Okey dokey, this post is long overdue for those of you who were my lovely customers when I started my skincare business. :D
But here they are! Recipes. And links. Everything you need.
Now, I want you to know that every bit of this is customizable. You can spend hours and hours reading on the Internet about skin care recipes, and everyone who makes stuff has their own personal favorite oils. Play around. There are very few rules, the most important of which is to always dilute essential oils in a carrier oil (like olive oil), and don’t use citrus essential oils on exposed skin as they increase your chance of sunburn. Also keep in mind that essential oils are very strong and can cause an allergy/sensitivity/contact dermatitis issue if you apply them directly to the skin or directly to bath water; always dilute them in a carreir oil.
I started using homemade skin care products when I got pregnant; I wanted to know exactly what was in my products, and I wanted to feel closer to nature as I approached motherhood. It was also hella cheap compared to buying ready made products, though there are far more affordable brands out there now who are making the kinds of things I made.
I am finally getting around to writing this post because I recently decided to go into a store to look at skin care for fun, and realized stores are charging a fortune for easy to make products. The only issue is that some of the essential oils can be pricey to buy at the start, but they don’t go bad, so you can just keep them and make your own stuff forever. Or get together a group of ladies for a coffee morning, split the costs, and make them together. Anyway, I digress, as usual. Below is a collection of information and recipes that comprise my best understanding of skin care through everything I have read over the years; I AM NOT AN EXPERT.
Containers and Sourcing:
Products that use oils are best kept in dark glass bottles to keep them from going rancid (the carrier oils do eventually expire). Some of the essential oils are so strong they will eventually melt the rubber part of a dropper bottle, but I do use these when I want to be precise. You can get them online at many places (I have been out of the US too long now to be able to recommend a physical store). I love to buy my essential oils from this company in Canada because they always had fantastic reviews for quality, and they never let me down the three years I ran my company. You can also get them from small natural foods stores and from Young Living and Doterra consultants to help support small businesses. :)
- Carrier: Refers to Carrier Oil which is basically a base oil that will “carry” or dilute essential oils. Most websites for oils will have a category for these to help you explore them.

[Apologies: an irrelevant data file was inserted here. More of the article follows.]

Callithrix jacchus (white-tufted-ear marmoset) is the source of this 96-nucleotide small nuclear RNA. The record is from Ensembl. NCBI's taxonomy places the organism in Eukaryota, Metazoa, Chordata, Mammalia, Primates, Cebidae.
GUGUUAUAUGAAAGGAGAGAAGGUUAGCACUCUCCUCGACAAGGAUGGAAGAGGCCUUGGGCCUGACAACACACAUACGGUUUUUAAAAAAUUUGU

- Essential Oil: An oil created by distilling a plant/bark/flower/etc. There are a few methods of distillation, chemical versus steam for example, I wouldn’t get too fussed about this, but you are welcome to take a trip down that rabbit hole if you have time on your hands. There are differing guidelines on how the maxium EO drops per oz of carrier oil for safety, I went with 14, but that is probably pretty conservative.
Your Easiest Possible Beauty Routine:
- Wash face with a bar of soap (or oil cleanser if your skin is dry) with a washcloth for mild exfoliation
- Mix and apply your vitamin C serum
- Apply facial oil while face is damp
- Once or twice a week use a french green clay mask
Seriously, a bar of soap is fine. You don’t need a fancy cleanser. Some people who don’t use make up just use a wet washcloth. An oil cleanser is fantastic though, especially if your skin is dry. Dry skin ages faster than oily skin.
Oil Cleanser Recipe
Basic (2 oz):
- Castor Oil
- Olive Oil
My Recipe (2 oz):
- .15 oz Castor Oil
- 1 oz Olive Oil
- .2 oz Avocado Oil
- .3 oz Apricot Kernel Oil
- 1 dropper full of an olive oil and lecithin mixture to enhance cohesion of the oils
- 2 drops of Geranium Essential Oil
- 4 drops of Eucalyptus Radiata Essential Oil
- 1 drop each of Bergamot, Tea Tree, Rosemary, and Ylang Ylang Essential Oils
How to Use:
- Wet face.
- Apply oil cleanser to hands then smooth over face, rub it around to clean.
- Wet washcloth with hot water, ring out, wipe oil off your face. I do this twice.
Vitamin C serum:
This is to add some antioxidants to your skin. Antioxidants protect your face from the free radicals created by the sun’s rays, which create the skin damage that ages skin. So basically, they protect your skin. Easiest way to get a vitamin C serum in your life (besides buying one at the store) is to buy a container of powdered ascorbic acid (vitamin C) and put some in a smaller container to keep handy. I use a little travel shampoo bottle. Put a tiny amount in your hand, wet your other hand, rub hands together until dissolved, then rub hands over your face and neck.
Facial Oil (Serum)
The more antioxidants you can get into your facial oil, the better. I apply sunscreen after anyway, but I do feel the oil gives some protection on its own. I keep mine in a glass dropper bottle.
- Jojoba Oil–You can just use this. It mimics skin’s natural oil (sebum).
Dry Skin Recipe:
- 1 oz Jojoba Oil